I find it fascinating that I’ve transitioned over the course of my life from being someone who absolutely hated writing, with a passion, to someone who now primarily writes for a living.
I’ve written (ha!) about it before, but it’s true: if I had to do it all over again, I’d have invested more of my education in writing, English,and communications classes, at the expense of classes that, to this day, have not added a single thing to my life. (I’m looking at you, Chemistry 140.)
One thing you’ll hear many writers say is that writing helps them clarify their thoughts.
You’ll hear many self-improvement and non-writer types make the case that journalling in just about any form that works for you can be a fundamental approach to clarity regardless of what you do for a living. While I’ve never really gotten into the journalling thing, even after many aborted attempts, any kind of writing habit you can fall back to will help.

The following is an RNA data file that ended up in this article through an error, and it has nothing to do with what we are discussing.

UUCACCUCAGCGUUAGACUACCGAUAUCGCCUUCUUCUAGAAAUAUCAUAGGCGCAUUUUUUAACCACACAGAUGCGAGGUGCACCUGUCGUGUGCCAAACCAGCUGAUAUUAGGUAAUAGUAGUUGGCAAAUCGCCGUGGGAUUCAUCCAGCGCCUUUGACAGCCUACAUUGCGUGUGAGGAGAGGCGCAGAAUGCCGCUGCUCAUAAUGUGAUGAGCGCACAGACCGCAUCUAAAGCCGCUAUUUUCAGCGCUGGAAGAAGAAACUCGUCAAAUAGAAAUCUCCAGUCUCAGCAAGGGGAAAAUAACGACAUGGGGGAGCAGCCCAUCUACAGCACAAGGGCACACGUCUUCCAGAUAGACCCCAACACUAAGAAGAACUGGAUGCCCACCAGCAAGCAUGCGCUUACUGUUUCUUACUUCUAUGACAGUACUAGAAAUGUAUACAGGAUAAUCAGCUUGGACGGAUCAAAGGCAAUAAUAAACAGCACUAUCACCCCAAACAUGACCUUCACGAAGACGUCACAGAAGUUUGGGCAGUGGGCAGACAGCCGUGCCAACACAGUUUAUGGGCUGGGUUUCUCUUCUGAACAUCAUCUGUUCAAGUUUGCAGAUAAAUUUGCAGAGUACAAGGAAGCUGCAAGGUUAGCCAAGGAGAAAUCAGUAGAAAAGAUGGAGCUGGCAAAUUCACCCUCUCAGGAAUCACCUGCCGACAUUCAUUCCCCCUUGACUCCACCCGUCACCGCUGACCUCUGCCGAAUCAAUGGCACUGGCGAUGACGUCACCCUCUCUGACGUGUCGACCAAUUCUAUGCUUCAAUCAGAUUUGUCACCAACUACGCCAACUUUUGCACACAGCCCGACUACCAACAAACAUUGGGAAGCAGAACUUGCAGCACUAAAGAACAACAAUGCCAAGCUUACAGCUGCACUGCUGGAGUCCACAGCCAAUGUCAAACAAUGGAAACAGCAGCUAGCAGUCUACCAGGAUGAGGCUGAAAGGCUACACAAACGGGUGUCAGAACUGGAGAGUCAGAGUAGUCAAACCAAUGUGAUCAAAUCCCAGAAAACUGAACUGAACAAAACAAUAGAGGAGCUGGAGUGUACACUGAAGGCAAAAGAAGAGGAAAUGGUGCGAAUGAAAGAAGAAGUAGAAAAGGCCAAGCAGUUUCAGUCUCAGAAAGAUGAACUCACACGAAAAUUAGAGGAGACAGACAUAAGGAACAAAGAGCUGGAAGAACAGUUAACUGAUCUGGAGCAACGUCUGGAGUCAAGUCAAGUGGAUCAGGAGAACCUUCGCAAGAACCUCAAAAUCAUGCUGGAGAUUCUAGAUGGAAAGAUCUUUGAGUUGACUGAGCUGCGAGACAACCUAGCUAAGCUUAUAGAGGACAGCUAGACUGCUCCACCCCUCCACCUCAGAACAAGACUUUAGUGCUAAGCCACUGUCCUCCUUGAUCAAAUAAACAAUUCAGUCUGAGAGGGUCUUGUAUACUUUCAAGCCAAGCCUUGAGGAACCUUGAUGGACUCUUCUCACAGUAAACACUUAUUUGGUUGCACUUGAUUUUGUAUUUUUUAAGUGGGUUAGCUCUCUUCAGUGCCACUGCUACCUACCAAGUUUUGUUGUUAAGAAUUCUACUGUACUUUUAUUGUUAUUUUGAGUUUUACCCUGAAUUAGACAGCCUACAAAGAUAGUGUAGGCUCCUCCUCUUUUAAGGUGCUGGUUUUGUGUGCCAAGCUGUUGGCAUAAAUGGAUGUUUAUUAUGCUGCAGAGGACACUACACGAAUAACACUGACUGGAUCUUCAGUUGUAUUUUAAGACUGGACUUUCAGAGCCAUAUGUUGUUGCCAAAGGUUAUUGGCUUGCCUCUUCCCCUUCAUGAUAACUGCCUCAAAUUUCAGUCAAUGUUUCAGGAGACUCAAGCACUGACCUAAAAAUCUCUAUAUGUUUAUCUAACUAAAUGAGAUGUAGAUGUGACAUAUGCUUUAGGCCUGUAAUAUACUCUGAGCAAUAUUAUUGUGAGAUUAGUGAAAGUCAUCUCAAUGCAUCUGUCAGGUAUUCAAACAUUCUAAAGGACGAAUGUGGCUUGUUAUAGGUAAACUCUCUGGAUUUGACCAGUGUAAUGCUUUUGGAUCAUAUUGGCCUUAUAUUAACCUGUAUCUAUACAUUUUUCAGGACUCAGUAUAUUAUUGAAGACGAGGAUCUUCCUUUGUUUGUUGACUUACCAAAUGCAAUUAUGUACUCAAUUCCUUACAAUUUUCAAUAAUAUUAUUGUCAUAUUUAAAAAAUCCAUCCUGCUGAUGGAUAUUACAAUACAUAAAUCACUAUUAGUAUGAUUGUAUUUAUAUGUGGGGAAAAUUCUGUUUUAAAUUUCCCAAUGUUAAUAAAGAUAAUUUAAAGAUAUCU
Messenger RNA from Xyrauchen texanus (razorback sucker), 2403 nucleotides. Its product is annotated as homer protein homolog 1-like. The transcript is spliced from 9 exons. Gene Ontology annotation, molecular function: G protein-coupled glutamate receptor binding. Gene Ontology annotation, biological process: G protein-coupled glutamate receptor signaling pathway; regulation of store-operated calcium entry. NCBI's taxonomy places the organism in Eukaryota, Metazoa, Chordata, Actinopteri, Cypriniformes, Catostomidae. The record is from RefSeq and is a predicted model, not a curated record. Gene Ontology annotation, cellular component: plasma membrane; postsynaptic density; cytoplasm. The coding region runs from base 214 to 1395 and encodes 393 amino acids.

In my case, I simply try to write 10 minutes every day. That’s it. Ten minutes. This essay started as one of my 10 minute daily writing exercises.
Sometimes my daily writing serves my day job, sometimes it’s preparation for projects like this one, sometimes it’s just me recording words as “practice”.
It’s often said that writers write. It’s the very definition of the role.
There are many people who call themselves writers who do not write on any regular schedule. On the other hand, you’ll find there are many prolific writers out there who may or may not even consider themselves writers. I daresay the latter group is often better informed, and more articulate than many “professional” writers.
I guess I’m a writer. And so I write.
But along the way I clarify my thoughts, practice a craft, and commit ideas to media.